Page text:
One review looked at prospective research studies that assessed consumption of legumes in regard to the risk for cardio-metabolic diseases and risk factors associated with heart disease and found that those who consumed the most legumes reduced incidence rates for cardiovascular disease, coronary heart disease, and hypertension by as much as 10 percent when compared to those with the lowest intakes. Beans, lentils, and peas benefit cardiovascular health because they are high in fiber, plant protein, vitamins, minerals and phytonutrients, but low in fat and free of cholesterol, according to the study authors. Add beans to salads, grain bowls, soups, and in tacos.


3. Nuts (walnuts, pistachios, pecans, Brazil nuts, almonds, cashews)


Studies show that people who regularly eat nuts are less likely to have heart attacks or die from heart disease than those who rarely eat them. Several of the largest long-term studies, including the Adventist Study, the Iowa Women’s Health Study, and the Physician's Health Study, have shown a consistent 30 percent to 50 percent lower risk of heart attack, sudden cardiac death, or cardiovascular disease associated with eating nuts several times a week. In fact, the FDA allows some nuts and foods made with them to carry this claim: “Eating a diet that includes one ounce of nuts daily can reduce your risk of heart disease.” Try a handful of nuts or homemade trail mix as a heart-healthy, energizing, and satisfying snack each day.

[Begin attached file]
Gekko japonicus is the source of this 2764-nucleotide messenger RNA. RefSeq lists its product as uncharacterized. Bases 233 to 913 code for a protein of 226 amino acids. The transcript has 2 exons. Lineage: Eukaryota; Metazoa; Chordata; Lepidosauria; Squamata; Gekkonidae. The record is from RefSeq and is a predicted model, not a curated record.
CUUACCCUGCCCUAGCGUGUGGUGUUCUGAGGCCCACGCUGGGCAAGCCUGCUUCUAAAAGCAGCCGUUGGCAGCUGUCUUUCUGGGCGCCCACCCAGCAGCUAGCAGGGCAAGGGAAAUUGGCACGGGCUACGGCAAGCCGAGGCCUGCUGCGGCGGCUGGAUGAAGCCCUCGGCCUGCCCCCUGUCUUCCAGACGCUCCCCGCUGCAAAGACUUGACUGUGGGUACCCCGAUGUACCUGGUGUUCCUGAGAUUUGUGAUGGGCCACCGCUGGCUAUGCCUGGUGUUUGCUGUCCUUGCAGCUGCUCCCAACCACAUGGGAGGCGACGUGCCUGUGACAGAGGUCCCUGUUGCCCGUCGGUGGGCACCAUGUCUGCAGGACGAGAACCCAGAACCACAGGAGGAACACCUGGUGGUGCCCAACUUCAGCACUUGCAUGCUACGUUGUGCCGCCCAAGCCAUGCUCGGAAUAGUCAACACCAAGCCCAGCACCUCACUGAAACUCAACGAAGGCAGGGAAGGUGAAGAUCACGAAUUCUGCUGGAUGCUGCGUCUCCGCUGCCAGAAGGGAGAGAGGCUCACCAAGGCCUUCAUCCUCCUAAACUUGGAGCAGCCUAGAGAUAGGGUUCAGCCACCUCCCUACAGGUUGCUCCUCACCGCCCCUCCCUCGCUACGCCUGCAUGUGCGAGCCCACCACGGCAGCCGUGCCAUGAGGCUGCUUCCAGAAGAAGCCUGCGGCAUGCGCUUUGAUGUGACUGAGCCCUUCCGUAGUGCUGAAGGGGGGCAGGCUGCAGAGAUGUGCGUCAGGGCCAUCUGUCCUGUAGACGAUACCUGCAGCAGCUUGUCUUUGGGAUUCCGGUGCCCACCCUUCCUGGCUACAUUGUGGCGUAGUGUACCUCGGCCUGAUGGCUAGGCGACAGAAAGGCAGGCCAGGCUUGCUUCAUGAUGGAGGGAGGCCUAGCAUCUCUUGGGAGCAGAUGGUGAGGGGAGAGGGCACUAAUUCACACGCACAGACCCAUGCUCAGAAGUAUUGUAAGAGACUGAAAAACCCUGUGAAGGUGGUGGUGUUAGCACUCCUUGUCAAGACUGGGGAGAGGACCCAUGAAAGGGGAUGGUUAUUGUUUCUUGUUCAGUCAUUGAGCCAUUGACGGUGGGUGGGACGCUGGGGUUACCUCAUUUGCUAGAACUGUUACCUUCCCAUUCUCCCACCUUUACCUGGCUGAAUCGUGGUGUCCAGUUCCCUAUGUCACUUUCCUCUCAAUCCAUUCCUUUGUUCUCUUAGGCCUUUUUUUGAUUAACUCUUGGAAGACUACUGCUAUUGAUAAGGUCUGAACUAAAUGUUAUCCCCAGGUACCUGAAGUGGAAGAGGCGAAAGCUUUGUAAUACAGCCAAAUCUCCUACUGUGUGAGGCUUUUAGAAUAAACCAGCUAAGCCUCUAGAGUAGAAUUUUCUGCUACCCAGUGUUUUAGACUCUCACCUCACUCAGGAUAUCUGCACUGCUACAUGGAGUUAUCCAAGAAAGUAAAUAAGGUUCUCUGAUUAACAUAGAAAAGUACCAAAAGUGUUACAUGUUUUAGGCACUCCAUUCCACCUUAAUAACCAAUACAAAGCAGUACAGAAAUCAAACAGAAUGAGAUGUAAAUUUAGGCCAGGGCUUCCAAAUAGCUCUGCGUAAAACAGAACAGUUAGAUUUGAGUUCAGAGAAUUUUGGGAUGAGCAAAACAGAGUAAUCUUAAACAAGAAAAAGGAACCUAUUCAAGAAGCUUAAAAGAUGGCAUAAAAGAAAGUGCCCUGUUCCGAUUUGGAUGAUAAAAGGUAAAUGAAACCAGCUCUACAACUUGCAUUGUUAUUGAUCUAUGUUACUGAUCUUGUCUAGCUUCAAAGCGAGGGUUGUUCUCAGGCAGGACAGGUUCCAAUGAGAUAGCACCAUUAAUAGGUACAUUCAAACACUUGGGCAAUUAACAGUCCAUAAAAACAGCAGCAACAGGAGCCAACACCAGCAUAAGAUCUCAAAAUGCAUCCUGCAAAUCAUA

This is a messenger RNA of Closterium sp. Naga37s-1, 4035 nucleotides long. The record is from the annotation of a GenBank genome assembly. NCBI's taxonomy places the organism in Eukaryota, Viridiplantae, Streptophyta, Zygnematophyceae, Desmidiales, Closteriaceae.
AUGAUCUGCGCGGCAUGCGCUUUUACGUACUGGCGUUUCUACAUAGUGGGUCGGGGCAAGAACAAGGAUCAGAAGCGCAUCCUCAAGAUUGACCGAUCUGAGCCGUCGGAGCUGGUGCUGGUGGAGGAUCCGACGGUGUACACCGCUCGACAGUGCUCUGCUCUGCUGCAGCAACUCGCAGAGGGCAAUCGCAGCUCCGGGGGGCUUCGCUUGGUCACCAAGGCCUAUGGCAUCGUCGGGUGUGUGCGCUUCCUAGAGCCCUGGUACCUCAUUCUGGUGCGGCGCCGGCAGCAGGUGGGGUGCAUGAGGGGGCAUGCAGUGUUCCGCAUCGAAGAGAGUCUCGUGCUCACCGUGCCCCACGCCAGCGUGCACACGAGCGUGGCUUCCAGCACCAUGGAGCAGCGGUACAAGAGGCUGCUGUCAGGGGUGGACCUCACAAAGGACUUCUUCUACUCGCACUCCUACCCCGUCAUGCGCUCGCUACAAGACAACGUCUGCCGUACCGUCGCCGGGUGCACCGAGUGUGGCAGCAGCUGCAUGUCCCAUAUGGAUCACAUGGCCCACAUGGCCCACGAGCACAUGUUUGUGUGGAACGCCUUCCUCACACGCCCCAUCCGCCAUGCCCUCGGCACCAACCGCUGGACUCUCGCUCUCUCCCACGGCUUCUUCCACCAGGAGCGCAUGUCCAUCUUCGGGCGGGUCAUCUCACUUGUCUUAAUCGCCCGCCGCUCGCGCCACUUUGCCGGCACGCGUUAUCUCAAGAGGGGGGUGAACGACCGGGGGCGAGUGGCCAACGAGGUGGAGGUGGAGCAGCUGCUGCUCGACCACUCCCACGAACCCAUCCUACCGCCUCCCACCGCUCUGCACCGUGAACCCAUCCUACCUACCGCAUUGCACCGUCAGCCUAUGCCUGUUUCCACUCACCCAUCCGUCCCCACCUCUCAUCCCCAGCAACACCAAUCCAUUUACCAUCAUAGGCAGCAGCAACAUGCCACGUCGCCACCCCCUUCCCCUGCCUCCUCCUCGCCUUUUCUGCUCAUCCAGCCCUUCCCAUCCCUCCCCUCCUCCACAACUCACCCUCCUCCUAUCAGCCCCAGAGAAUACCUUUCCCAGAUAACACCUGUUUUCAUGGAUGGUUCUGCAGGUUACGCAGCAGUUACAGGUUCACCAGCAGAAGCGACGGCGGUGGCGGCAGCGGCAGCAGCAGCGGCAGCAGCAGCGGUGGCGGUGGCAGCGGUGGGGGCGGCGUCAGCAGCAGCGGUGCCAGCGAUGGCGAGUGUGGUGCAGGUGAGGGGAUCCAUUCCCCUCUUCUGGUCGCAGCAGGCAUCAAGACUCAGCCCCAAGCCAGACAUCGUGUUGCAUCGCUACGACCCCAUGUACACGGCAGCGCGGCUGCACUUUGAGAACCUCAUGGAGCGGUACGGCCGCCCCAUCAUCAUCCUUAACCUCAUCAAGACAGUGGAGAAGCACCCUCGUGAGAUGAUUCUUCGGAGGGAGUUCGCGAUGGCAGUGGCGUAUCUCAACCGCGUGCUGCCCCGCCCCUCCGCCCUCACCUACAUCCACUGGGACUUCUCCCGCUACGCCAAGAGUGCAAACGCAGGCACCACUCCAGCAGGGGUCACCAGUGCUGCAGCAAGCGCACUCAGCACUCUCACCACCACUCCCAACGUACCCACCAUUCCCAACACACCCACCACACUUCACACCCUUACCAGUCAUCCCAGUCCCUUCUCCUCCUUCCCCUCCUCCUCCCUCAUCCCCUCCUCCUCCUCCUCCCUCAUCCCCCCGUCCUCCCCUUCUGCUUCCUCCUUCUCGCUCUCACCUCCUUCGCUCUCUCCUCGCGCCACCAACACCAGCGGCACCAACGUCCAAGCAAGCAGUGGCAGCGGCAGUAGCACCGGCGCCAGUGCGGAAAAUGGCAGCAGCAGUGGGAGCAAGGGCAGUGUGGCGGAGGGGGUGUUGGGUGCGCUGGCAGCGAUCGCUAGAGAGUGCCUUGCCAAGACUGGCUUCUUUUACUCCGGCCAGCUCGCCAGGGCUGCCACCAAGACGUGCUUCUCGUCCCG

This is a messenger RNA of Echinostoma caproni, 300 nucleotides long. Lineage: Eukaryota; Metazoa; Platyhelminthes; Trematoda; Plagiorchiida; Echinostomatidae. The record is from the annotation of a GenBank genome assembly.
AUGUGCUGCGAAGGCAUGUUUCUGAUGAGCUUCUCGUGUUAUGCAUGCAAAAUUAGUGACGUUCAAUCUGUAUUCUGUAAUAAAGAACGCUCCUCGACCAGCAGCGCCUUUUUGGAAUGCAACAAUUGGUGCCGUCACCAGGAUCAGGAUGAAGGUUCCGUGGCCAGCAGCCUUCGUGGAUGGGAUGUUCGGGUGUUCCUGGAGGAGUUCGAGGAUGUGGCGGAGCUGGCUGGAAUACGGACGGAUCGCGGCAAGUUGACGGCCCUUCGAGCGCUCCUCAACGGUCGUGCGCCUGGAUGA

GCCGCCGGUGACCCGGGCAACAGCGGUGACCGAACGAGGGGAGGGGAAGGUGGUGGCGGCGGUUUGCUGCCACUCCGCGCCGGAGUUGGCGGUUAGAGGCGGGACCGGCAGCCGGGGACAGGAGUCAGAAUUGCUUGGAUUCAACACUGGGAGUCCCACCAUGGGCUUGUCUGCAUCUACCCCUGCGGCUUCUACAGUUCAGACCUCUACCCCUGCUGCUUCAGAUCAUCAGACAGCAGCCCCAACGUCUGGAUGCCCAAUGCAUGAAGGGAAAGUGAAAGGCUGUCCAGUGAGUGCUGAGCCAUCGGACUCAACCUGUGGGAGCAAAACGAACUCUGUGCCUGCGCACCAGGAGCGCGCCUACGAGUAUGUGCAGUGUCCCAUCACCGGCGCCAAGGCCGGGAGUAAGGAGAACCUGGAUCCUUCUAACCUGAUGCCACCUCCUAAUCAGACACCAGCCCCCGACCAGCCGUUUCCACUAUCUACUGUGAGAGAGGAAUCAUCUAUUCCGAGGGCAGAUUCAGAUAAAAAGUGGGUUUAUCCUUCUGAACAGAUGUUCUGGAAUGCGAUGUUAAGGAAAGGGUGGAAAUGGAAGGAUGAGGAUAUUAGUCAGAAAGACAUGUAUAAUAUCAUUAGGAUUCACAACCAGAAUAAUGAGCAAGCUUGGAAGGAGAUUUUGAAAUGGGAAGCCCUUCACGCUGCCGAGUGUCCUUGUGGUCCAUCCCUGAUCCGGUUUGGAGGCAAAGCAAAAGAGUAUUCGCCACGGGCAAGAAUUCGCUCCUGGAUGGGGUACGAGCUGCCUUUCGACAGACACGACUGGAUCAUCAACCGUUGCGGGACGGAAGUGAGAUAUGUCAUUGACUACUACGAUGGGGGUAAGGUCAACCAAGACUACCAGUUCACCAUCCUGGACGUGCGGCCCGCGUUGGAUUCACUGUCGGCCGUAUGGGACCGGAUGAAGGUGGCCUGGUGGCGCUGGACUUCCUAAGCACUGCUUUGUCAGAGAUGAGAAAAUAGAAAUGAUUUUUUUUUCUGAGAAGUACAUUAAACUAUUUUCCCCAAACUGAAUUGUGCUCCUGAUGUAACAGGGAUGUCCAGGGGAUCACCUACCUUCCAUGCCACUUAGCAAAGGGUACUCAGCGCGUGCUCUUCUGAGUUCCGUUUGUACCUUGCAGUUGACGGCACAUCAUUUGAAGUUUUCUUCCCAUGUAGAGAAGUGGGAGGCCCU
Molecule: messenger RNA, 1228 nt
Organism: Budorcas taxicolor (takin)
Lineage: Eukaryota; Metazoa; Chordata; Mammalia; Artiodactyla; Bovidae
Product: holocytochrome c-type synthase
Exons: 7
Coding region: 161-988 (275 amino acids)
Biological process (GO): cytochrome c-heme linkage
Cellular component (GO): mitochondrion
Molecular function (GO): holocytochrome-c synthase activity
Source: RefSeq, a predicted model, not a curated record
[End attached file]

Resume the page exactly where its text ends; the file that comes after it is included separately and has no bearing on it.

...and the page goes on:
4. Avocados


Some studies show that avocados can lower LDL cholesterol. One systematic review and meta-analysis showed that avocados can raise HDL (however, unlike the other studies, these studies showed no reduction in LDL cholesterol or triglycerides). Overall, avocados have lots of fiber (almost 10 grams per avocado), healthy monounsaturated fat, and plenty of phytonutrients, giving them credit as a heart-healthy food. In fact, one article's headline states: "An Avocado a Day Keeps the Cardiologist Away." It's time to start that new avocado (whole grain) toast habit!


5. Leafy Greens (kale, spinach, arugula, Romaine lettuce)


In one study, researchers looked at data from over 50,000 people in Denmark participating in the Danish Diet, Cancer, and Health Study over a 23-year period. They found that people who consumed one cup of leafy greens daily significantly reduced blood pressure and lowered their risk of heart disease by 12 to 26 percent. Leafy greens contain a substance called nitrates that produce the heart healthy effects. They also have other nutrients that support heart health, such as vitamin E, folate, vitamin C, carotenoids, calcium, magnesium, and fiber. One cup is only about the size of your hand—easy peasy! Stir leafy greens into soups, make a dark leafy green salad, or swap out bread with leafy greens as your sandwich "wrap."


6. Cruciferous Vegetables (broccoli, bok choy, cauliflower, Brussels sprouts, collard greens, radishes, cabbage, kale)


Cruciferous vegetables contain substances called organo-sulfur compounds that have been shown to reduce the risk of heart disease as well as other lifestyle diseases such as cancer. They're also a good source of fiber, calcium, magnesium and potassium, which also have been shown to reduce the risk of heart disease and support heart health. Roasted, steamed, raw, or stir-fried — consume these nutrient-packed veggies any way you enjoy them!